[2.] Michael J. Behe & David W. Snoke, “Simulating Evolution by Gene Duplication of Protein Features That Require Multiple Amino Acid Residues,” Protein Science, Vol 13:2651-2664 (2004).
[3.] Rick Durrett and Deena Schmidt, “Waiting for Two Mutations: With Applications to Regulatory Sequence Evolution and the Limits of Darwinian Evolution,” Genetics, Vol. 180: 1501-1509 (November 2008).
[4.] Douglas D. Axe, “The Limits of Complex Adaptation: An Analysis Based on a Simple Model of Structured Bacterial Populations,” BIO-Complexity, Vol. 2010(4):1-10.
[5.] Ann K. Gauger & Douglas D. Axe, “The Evolutionary Accessibility of New Enzyme Functions: A Case Study from the Biotin Pathway,” BIO-Complexity, Vol. 2011(1) (2011).
[6.] Ann K Gauger, Stephanie Ebnet, Pamela F Fahey, Ralph Seelke, “Reductive Evolution Can Prevent Populations from Taking Simple Adaptive Paths to High Fitness,” BIO-Complexity, Vol. 2010 (2010).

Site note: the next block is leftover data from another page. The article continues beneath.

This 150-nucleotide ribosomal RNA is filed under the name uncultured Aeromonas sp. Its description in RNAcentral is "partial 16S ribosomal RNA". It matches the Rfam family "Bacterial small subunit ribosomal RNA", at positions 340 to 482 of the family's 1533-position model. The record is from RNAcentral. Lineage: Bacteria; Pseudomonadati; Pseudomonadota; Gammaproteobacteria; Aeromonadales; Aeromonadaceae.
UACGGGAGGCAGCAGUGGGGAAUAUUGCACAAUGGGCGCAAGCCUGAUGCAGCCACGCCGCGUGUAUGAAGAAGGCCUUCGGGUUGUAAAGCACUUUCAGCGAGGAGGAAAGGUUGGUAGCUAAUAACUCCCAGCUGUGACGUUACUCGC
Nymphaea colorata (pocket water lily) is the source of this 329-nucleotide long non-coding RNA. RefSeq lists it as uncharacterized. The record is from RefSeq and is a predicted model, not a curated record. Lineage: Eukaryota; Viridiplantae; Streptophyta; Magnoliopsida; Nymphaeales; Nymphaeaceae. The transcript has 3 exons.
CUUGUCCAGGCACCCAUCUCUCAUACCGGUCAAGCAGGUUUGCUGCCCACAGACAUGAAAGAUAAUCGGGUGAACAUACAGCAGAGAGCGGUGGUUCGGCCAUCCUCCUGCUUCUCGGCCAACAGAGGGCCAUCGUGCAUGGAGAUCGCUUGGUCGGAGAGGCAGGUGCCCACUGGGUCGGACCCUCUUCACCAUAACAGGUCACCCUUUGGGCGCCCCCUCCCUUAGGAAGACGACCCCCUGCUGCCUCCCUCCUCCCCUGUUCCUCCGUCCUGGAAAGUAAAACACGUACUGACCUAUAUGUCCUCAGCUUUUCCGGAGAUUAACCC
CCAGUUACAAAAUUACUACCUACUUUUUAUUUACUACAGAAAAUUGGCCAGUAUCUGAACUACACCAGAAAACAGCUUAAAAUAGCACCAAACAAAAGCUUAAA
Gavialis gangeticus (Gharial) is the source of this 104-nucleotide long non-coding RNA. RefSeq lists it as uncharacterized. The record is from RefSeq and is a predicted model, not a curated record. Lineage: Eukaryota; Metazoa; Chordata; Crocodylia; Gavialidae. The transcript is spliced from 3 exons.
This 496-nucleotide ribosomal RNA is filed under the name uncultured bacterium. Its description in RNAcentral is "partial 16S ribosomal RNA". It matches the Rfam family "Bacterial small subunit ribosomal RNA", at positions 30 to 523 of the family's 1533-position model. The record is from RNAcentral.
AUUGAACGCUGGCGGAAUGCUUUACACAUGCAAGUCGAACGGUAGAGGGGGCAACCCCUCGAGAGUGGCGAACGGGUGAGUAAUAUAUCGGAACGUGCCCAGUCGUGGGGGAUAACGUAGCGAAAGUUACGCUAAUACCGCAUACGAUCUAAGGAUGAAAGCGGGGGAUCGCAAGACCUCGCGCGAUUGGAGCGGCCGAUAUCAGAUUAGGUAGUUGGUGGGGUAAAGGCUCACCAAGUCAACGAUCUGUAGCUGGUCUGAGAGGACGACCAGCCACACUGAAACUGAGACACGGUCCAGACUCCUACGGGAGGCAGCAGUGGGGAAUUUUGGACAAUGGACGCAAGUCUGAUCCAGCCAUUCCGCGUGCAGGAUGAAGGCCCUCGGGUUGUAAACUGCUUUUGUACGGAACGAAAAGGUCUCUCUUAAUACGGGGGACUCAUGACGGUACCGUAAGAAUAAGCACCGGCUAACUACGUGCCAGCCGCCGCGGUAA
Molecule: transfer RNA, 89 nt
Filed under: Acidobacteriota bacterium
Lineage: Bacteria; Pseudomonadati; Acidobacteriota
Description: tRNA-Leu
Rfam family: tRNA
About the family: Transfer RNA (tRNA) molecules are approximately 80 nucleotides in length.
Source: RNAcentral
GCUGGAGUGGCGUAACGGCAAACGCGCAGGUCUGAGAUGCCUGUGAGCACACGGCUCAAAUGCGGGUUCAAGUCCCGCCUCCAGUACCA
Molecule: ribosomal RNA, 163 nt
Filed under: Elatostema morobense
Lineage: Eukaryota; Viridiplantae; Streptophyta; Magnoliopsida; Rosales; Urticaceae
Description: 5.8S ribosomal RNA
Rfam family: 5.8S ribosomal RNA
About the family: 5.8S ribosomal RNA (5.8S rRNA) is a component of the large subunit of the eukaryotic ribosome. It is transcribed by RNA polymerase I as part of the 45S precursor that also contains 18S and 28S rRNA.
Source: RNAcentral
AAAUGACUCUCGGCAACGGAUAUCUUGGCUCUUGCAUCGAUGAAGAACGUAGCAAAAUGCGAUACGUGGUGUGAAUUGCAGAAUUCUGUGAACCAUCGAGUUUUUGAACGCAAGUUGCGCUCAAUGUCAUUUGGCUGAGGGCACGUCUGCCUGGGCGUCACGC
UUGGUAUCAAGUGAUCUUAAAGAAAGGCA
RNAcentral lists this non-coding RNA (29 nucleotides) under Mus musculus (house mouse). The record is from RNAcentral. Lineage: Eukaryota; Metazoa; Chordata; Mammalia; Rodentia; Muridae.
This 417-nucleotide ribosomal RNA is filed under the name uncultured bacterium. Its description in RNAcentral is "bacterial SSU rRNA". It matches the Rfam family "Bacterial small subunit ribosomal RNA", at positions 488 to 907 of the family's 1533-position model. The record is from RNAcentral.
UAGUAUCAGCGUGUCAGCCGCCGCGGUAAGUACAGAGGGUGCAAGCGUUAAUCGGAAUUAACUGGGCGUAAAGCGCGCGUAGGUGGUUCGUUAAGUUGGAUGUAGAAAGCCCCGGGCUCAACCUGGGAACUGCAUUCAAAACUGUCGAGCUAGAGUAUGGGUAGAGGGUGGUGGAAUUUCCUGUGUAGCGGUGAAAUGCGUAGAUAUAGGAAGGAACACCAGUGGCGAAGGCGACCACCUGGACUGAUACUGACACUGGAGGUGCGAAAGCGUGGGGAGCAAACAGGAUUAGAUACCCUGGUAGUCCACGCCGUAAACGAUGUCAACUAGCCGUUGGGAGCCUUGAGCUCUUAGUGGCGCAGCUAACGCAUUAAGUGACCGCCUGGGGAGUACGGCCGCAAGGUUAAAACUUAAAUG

[7.] Michael J. Behe, “Experimental Evolution, Loss-of-Function Mutations, and ‘The First Rule of Adaptive Evolution,'” The Quarterly Review of Biology, Vol. 85(4):1-27 (December 2010).


Casey Luskin

Associate Director, Center for Science and Culture
Casey Luskin is a geologist and an attorney with graduate degrees in science and law, giving him expertise in both the scientific and legal dimensions of the debate over evolution. He earned his PhD in Geology from the University of Johannesburg, and BS and MS degrees in Earth Sciences from the University of California, San Diego, where he studied evolution extensively at both the graduate and undergraduate levels. His law degree is from the University of San Diego, where he focused his studies on First Amendment law, education law, and environmental law.